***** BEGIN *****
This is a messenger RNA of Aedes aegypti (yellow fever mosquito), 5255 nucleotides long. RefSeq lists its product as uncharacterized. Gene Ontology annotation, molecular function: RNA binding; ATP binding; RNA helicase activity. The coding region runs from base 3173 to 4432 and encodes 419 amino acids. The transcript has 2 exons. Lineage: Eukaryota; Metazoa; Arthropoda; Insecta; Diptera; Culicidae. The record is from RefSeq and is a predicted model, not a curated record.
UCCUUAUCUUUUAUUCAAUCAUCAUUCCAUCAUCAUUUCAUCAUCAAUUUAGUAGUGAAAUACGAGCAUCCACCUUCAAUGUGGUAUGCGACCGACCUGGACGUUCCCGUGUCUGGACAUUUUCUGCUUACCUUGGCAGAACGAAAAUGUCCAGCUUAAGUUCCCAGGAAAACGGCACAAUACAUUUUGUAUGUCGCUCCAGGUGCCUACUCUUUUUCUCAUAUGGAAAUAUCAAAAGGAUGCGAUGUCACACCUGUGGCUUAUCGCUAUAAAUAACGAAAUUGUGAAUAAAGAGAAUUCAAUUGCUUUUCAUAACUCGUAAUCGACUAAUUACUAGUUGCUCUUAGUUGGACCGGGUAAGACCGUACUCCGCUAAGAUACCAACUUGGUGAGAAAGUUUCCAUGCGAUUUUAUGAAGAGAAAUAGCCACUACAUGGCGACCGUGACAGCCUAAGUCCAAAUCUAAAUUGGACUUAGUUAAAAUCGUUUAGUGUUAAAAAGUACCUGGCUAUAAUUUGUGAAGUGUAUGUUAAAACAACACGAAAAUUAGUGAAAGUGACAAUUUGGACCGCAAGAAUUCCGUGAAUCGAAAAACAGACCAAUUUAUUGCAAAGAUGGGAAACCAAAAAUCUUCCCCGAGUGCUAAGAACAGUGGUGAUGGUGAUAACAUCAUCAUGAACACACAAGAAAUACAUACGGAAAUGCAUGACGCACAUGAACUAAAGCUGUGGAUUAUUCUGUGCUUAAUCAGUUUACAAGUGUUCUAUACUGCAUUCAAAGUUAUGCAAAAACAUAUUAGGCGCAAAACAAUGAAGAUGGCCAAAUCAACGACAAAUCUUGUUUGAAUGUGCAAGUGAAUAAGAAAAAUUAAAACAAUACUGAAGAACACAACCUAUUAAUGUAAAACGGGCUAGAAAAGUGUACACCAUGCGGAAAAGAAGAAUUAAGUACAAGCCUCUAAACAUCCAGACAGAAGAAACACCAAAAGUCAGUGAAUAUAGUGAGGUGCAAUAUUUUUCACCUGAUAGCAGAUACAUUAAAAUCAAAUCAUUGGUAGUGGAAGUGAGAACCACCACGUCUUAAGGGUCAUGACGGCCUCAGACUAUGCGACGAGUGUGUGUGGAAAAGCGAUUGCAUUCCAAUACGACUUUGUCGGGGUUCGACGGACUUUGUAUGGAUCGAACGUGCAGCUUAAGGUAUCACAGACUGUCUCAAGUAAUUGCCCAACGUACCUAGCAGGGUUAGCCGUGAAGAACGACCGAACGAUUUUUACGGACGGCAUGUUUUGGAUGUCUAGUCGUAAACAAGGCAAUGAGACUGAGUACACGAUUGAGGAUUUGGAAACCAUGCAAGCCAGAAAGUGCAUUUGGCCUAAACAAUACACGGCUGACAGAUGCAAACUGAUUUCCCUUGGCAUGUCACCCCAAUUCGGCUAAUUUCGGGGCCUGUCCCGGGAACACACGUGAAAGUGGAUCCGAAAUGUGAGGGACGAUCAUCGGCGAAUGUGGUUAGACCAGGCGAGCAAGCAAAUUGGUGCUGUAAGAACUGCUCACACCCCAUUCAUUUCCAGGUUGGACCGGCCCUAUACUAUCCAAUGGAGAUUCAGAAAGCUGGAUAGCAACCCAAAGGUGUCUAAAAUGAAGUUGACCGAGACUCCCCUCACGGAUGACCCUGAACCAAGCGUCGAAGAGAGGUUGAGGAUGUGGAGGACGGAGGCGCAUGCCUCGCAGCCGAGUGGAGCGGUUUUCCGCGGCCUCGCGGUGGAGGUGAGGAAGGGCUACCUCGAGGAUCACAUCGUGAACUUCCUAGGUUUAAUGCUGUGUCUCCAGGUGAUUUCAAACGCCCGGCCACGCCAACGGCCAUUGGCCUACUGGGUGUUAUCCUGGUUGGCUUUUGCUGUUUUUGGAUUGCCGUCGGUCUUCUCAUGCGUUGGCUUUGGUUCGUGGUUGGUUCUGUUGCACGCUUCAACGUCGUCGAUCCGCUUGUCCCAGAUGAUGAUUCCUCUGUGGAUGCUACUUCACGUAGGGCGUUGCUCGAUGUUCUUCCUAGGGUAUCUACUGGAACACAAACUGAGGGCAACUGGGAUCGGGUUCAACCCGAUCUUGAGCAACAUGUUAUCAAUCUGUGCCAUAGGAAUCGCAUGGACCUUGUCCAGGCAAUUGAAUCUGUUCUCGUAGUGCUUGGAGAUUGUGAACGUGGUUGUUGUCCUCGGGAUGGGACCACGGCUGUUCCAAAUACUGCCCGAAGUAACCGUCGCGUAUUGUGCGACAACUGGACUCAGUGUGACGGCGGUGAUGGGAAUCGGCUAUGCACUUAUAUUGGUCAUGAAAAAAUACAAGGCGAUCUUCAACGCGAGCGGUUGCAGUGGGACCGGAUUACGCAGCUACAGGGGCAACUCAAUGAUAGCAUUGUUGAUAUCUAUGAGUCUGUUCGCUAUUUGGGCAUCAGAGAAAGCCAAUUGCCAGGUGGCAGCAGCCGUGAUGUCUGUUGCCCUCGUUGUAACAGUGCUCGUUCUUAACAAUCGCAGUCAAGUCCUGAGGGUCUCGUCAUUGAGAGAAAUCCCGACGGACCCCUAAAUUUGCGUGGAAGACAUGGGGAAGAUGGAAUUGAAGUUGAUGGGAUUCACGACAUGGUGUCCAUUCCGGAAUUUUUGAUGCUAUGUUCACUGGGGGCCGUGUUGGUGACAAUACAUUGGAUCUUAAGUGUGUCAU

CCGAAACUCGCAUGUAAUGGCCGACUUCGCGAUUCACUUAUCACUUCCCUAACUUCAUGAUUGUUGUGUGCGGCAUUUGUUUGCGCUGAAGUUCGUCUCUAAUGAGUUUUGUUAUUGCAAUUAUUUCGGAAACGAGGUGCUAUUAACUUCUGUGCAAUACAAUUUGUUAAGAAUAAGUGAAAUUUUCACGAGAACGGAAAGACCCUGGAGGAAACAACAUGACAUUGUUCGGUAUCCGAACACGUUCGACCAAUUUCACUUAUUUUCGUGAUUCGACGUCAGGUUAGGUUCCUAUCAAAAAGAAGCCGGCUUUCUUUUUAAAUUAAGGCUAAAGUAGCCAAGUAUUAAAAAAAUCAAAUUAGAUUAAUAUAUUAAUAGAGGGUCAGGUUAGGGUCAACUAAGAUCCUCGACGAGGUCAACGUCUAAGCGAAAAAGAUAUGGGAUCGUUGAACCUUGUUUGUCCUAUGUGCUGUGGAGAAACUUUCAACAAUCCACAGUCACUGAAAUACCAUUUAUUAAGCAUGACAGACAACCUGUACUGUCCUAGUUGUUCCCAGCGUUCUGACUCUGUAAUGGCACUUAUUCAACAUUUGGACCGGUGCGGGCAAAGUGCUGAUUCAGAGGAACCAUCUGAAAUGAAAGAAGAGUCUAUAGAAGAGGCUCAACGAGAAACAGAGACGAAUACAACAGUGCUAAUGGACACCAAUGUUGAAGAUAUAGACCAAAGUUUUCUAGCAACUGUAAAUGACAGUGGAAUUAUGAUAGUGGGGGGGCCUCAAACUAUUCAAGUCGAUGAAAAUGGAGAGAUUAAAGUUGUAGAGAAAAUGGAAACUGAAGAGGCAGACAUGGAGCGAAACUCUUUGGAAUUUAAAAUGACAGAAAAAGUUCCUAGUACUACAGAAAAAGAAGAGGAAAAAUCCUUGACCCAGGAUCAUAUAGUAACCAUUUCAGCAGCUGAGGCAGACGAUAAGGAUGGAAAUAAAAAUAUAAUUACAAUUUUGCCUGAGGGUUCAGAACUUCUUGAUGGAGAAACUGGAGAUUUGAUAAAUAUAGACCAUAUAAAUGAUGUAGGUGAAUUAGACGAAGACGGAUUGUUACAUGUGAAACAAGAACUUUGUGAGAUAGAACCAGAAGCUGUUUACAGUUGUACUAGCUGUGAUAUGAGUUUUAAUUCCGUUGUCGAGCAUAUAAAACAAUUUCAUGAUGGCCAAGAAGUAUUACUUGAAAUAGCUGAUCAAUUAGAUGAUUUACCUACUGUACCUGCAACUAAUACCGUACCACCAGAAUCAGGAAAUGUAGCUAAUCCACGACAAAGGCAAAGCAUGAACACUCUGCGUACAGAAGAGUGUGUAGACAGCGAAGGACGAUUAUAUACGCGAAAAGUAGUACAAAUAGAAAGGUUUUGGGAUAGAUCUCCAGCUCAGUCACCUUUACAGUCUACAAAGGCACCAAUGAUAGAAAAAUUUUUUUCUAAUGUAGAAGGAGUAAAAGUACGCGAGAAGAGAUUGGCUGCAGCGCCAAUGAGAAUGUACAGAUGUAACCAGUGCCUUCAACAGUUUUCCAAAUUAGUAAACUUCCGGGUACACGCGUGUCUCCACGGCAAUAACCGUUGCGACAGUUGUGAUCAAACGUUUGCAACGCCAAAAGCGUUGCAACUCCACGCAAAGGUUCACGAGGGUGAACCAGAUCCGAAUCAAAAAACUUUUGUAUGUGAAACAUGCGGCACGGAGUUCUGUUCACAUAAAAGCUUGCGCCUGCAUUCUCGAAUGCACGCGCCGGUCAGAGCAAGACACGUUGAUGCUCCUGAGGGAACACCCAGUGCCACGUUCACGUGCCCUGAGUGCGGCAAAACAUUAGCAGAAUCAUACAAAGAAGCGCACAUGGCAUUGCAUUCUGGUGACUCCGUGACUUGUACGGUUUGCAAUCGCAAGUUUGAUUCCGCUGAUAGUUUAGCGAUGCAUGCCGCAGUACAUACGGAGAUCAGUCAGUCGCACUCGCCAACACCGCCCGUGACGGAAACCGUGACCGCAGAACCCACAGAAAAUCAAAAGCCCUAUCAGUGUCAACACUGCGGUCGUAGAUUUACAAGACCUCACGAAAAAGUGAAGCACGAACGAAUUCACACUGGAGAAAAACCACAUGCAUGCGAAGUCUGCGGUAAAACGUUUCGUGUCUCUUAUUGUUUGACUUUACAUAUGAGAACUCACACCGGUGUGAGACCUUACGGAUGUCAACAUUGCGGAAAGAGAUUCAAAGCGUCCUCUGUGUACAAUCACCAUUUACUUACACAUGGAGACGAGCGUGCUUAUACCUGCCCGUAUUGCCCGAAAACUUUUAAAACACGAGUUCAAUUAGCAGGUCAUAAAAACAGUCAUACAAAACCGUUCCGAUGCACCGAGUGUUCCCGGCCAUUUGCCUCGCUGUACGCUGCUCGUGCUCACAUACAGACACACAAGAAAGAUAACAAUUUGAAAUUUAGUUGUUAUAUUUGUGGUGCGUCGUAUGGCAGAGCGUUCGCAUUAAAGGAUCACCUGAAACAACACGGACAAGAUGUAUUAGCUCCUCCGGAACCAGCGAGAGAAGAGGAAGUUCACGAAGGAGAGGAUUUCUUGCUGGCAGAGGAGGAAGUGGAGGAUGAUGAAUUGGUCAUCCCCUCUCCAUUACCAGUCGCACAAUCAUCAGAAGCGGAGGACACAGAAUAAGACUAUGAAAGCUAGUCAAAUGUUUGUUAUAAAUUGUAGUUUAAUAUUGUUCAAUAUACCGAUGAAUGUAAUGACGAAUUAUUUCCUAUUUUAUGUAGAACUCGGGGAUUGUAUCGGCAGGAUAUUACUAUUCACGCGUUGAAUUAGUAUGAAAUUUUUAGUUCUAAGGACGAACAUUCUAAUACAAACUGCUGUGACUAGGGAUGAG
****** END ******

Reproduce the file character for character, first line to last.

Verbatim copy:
This is a messenger RNA of Aedes aegypti (yellow fever mosquito), 5255 nucleotides long. RefSeq lists its product as uncharacterized. Gene Ontology annotation, molecular function: RNA binding; ATP binding; RNA helicase activity. The coding region runs from base 3173 to 4432 and encodes 419 amino acids. The transcript has 2 exons. Lineage: Eukaryota; Metazoa; Arthropoda; Insecta; Diptera; Culicidae. The record is from RefSeq and is a predicted model, not a curated record.
UCCUUAUCUUUUAUUCAAUCAUCAUUCCAUCAUCAUUUCAUCAUCAAUUUAGUAGUGAAAUACGAGCAUCCACCUUCAAUGUGGUAUGCGACCGACCUGGACGUUCCCGUGUCUGGACAUUUUCUGCUUACCUUGGCAGAACGAAAAUGUCCAGCUUAAGUUCCCAGGAAAACGGCACAAUACAUUUUGUAUGUCGCUCCAGGUGCCUACUCUUUUUCUCAUAUGGAAAUAUCAAAAGGAUGCGAUGUCACACCUGUGGCUUAUCGCUAUAAAUAACGAAAUUGUGAAUAAAGAGAAUUCAAUUGCUUUUCAUAACUCGUAAUCGACUAAUUACUAGUUGCUCUUAGUUGGACCGGGUAAGACCGUACUCCGCUAAGAUACCAACUUGGUGAGAAAGUUUCCAUGCGAUUUUAUGAAGAGAAAUAGCCACUACAUGGCGACCGUGACAGCCUAAGUCCAAAUCUAAAUUGGACUUAGUUAAAAUCGUUUAGUGUUAAAAAGUACCUGGCUAUAAUUUGUGAAGUGUAUGUUAAAACAACACGAAAAUUAGUGAAAGUGACAAUUUGGACCGCAAGAAUUCCGUGAAUCGAAAAACAGACCAAUUUAUUGCAAAGAUGGGAAACCAAAAAUCUUCCCCGAGUGCUAAGAACAGUGGUGAUGGUGAUAACAUCAUCAUGAACACACAAGAAAUACAUACGGAAAUGCAUGACGCACAUGAACUAAAGCUGUGGAUUAUUCUGUGCUUAAUCAGUUUACAAGUGUUCUAUACUGCAUUCAAAGUUAUGCAAAAACAUAUUAGGCGCAAAACAAUGAAGAUGGCCAAAUCAACGACAAAUCUUGUUUGAAUGUGCAAGUGAAUAAGAAAAAUUAAAACAAUACUGAAGAACACAACCUAUUAAUGUAAAACGGGCUAGAAAAGUGUACACCAUGCGGAAAAGAAGAAUUAAGUACAAGCCUCUAAACAUCCAGACAGAAGAAACACCAAAAGUCAGUGAAUAUAGUGAGGUGCAAUAUUUUUCACCUGAUAGCAGAUACAUUAAAAUCAAAUCAUUGGUAGUGGAAGUGAGAACCACCACGUCUUAAGGGUCAUGACGGCCUCAGACUAUGCGACGAGUGUGUGUGGAAAAGCGAUUGCAUUCCAAUACGACUUUGUCGGGGUUCGACGGACUUUGUAUGGAUCGAACGUGCAGCUUAAGGUAUCACAGACUGUCUCAAGUAAUUGCCCAACGUACCUAGCAGGGUUAGCCGUGAAGAACGACCGAACGAUUUUUACGGACGGCAUGUUUUGGAUGUCUAGUCGUAAACAAGGCAAUGAGACUGAGUACACGAUUGAGGAUUUGGAAACCAUGCAAGCCAGAAAGUGCAUUUGGCCUAAACAAUACACGGCUGACAGAUGCAAACUGAUUUCCCUUGGCAUGUCACCCCAAUUCGGCUAAUUUCGGGGCCUGUCCCGGGAACACACGUGAAAGUGGAUCCGAAAUGUGAGGGACGAUCAUCGGCGAAUGUGGUUAGACCAGGCGAGCAAGCAAAUUGGUGCUGUAAGAACUGCUCACACCCCAUUCAUUUCCAGGUUGGACCGGCCCUAUACUAUCCAAUGGAGAUUCAGAAAGCUGGAUAGCAACCCAAAGGUGUCUAAAAUGAAGUUGACCGAGACUCCCCUCACGGAUGACCCUGAACCAAGCGUCGAAGAGAGGUUGAGGAUGUGGAGGACGGAGGCGCAUGCCUCGCAGCCGAGUGGAGCGGUUUUCCGCGGCCUCGCGGUGGAGGUGAGGAAGGGCUACCUCGAGGAUCACAUCGUGAACUUCCUAGGUUUAAUGCUGUGUCUCCAGGUGAUUUCAAACGCCCGGCCACGCCAACGGCCAUUGGCCUACUGGGUGUUAUCCUGGUUGGCUUUUGCUGUUUUUGGAUUGCCGUCGGUCUUCUCAUGCGUUGGCUUUGGUUCGUGGUUGGUUCUGUUGCACGCUUCAACGUCGUCGAUCCGCUUGUCCCAGAUGAUGAUUCCUCUGUGGAUGCUACUUCACGUAGGGCGUUGCUCGAUGUUCUUCCUAGGGUAUCUACUGGAACACAAACUGAGGGCAACUGGGAUCGGGUUCAACCCGAUCUUGAGCAACAUGUUAUCAAUCUGUGCCAUAGGAAUCGCAUGGACCUUGUCCAGGCAAUUGAAUCUGUUCUCGUAGUGCUUGGAGAUUGUGAACGUGGUUGUUGUCCUCGGGAUGGGACCACGGCUGUUCCAAAUACUGCCCGAAGUAACCGUCGCGUAUUGUGCGACAACUGGACUCAGUGUGACGGCGGUGAUGGGAAUCGGCUAUGCACUUAUAUUGGUCAUGAAAAAAUACAAGGCGAUCUUCAACGCGAGCGGUUGCAGUGGGACCGGAUUACGCAGCUACAGGGGCAACUCAAUGAUAGCAUUGUUGAUAUCUAUGAGUCUGUUCGCUAUUUGGGCAUCAGAGAAAGCCAAUUGCCAGGUGGCAGCAGCCGUGAUGUCUGUUGCCCUCGUUGUAACAGUGCUCGUUCUUAACAAUCGCAGUCAAGUCCUGAGGGUCUCGUCAUUGAGAGAAAUCCCGACGGACCCCUAAAUUUGCGUGGAAGACAUGGGGAAGAUGGAAUUGAAGUUGAUGGGAUUCACGACAUGGUGUCCAUUCCGGAAUUUUUGAUGCUAUGUUCACUGGGGGCCGUGUUGGUGACAAUACAUUGGAUCUUAAGUGUGUCAU

CCGAAACUCGCAUGUAAUGGCCGACUUCGCGAUUCACUUAUCACUUCCCUAACUUCAUGAUUGUUGUGUGCGGCAUUUGUUUGCGCUGAAGUUCGUCUCUAAUGAGUUUUGUUAUUGCAAUUAUUUCGGAAACGAGGUGCUAUUAACUUCUGUGCAAUACAAUUUGUUAAGAAUAAGUGAAAUUUUCACGAGAACGGAAAGACCCUGGAGGAAACAACAUGACAUUGUUCGGUAUCCGAACACGUUCGACCAAUUUCACUUAUUUUCGUGAUUCGACGUCAGGUUAGGUUCCUAUCAAAAAGAAGCCGGCUUUCUUUUUAAAUUAAGGCUAAAGUAGCCAAGUAUUAAAAAAAUCAAAUUAGAUUAAUAUAUUAAUAGAGGGUCAGGUUAGGGUCAACUAAGAUCCUCGACGAGGUCAACGUCUAAGCGAAAAAGAUAUGGGAUCGUUGAACCUUGUUUGUCCUAUGUGCUGUGGAGAAACUUUCAACAAUCCACAGUCACUGAAAUACCAUUUAUUAAGCAUGACAGACAACCUGUACUGUCCUAGUUGUUCCCAGCGUUCUGACUCUGUAAUGGCACUUAUUCAACAUUUGGACCGGUGCGGGCAAAGUGCUGAUUCAGAGGAACCAUCUGAAAUGAAAGAAGAGUCUAUAGAAGAGGCUCAACGAGAAACAGAGACGAAUACAACAGUGCUAAUGGACACCAAUGUUGAAGAUAUAGACCAAAGUUUUCUAGCAACUGUAAAUGACAGUGGAAUUAUGAUAGUGGGGGGGCCUCAAACUAUUCAAGUCGAUGAAAAUGGAGAGAUUAAAGUUGUAGAGAAAAUGGAAACUGAAGAGGCAGACAUGGAGCGAAACUCUUUGGAAUUUAAAAUGACAGAAAAAGUUCCUAGUACUACAGAAAAAGAAGAGGAAAAAUCCUUGACCCAGGAUCAUAUAGUAACCAUUUCAGCAGCUGAGGCAGACGAUAAGGAUGGAAAUAAAAAUAUAAUUACAAUUUUGCCUGAGGGUUCAGAACUUCUUGAUGGAGAAACUGGAGAUUUGAUAAAUAUAGACCAUAUAAAUGAUGUAGGUGAAUUAGACGAAGACGGAUUGUUACAUGUGAAACAAGAACUUUGUGAGAUAGAACCAGAAGCUGUUUACAGUUGUACUAGCUGUGAUAUGAGUUUUAAUUCCGUUGUCGAGCAUAUAAAACAAUUUCAUGAUGGCCAAGAAGUAUUACUUGAAAUAGCUGAUCAAUUAGAUGAUUUACCUACUGUACCUGCAACUAAUACCGUACCACCAGAAUCAGGAAAUGUAGCUAAUCCACGACAAAGGCAAAGCAUGAACACUCUGCGUACAGAAGAGUGUGUAGACAGCGAAGGACGAUUAUAUACGCGAAAAGUAGUACAAAUAGAAAGGUUUUGGGAUAGAUCUCCAGCUCAGUCACCUUUACAGUCUACAAAGGCACCAAUGAUAGAAAAAUUUUUUUCUAAUGUAGAAGGAGUAAAAGUACGCGAGAAGAGAUUGGCUGCAGCGCCAAUGAGAAUGUACAGAUGUAACCAGUGCCUUCAACAGUUUUCCAAAUUAGUAAACUUCCGGGUACACGCGUGUCUCCACGGCAAUAACCGUUGCGACAGUUGUGAUCAAACGUUUGCAACGCCAAAAGCGUUGCAACUCCACGCAAAGGUUCACGAGGGUGAACCAGAUCCGAAUCAAAAAACUUUUGUAUGUGAAACAUGCGGCACGGAGUUCUGUUCACAUAAAAGCUUGCGCCUGCAUUCUCGAAUGCACGCGCCGGUCAGAGCAAGACACGUUGAUGCUCCUGAGGGAACACCCAGUGCCACGUUCACGUGCCCUGAGUGCGGCAAAACAUUAGCAGAAUCAUACAAAGAAGCGCACAUGGCAUUGCAUUCUGGUGACUCCGUGACUUGUACGGUUUGCAAUCGCAAGUUUGAUUCCGCUGAUAGUUUAGCGAUGCAUGCCGCAGUACAUACGGAGAUCAGUCAGUCGCACUCGCCAACACCGCCCGUGACGGAAACCGUGACCGCAGAACCCACAGAAAAUCAAAAGCCCUAUCAGUGUCAACACUGCGGUCGUAGAUUUACAAGACCUCACGAAAAAGUGAAGCACGAACGAAUUCACACUGGAGAAAAACCACAUGCAUGCGAAGUCUGCGGUAAAACGUUUCGUGUCUCUUAUUGUUUGACUUUACAUAUGAGAACUCACACCGGUGUGAGACCUUACGGAUGUCAACAUUGCGGAAAGAGAUUCAAAGCGUCCUCUGUGUACAAUCACCAUUUACUUACACAUGGAGACGAGCGUGCUUAUACCUGCCCGUAUUGCCCGAAAACUUUUAAAACACGAGUUCAAUUAGCAGGUCAUAAAAACAGUCAUACAAAACCGUUCCGAUGCACCGAGUGUUCCCGGCCAUUUGCCUCGCUGUACGCUGCUCGUGCUCACAUACAGACACACAAGAAAGAUAACAAUUUGAAAUUUAGUUGUUAUAUUUGUGGUGCGUCGUAUGGCAGAGCGUUCGCAUUAAAGGAUCACCUGAAACAACACGGACAAGAUGUAUUAGCUCCUCCGGAACCAGCGAGAGAAGAGGAAGUUCACGAAGGAGAGGAUUUCUUGCUGGCAGAGGAGGAAGUGGAGGAUGAUGAAUUGGUCAUCCCCUCUCCAUUACCAGUCGCACAAUCAUCAGAAGCGGAGGACACAGAAUAAGACUAUGAAAGCUAGUCAAAUGUUUGUUAUAAAUUGUAGUUUAAUAUUGUUCAAUAUACCGAUGAAUGUAAUGACGAAUUAUUUCCUAUUUUAUGUAGAACUCGGGGAUUGUAUCGGCAGGAUAUUACUAUUCACGCGUUGAAUUAGUAUGAAAUUUUUAGUUCUAAGGACGAACAUUCUAAUACAAACUGCUGUGACUAGGGAUGAG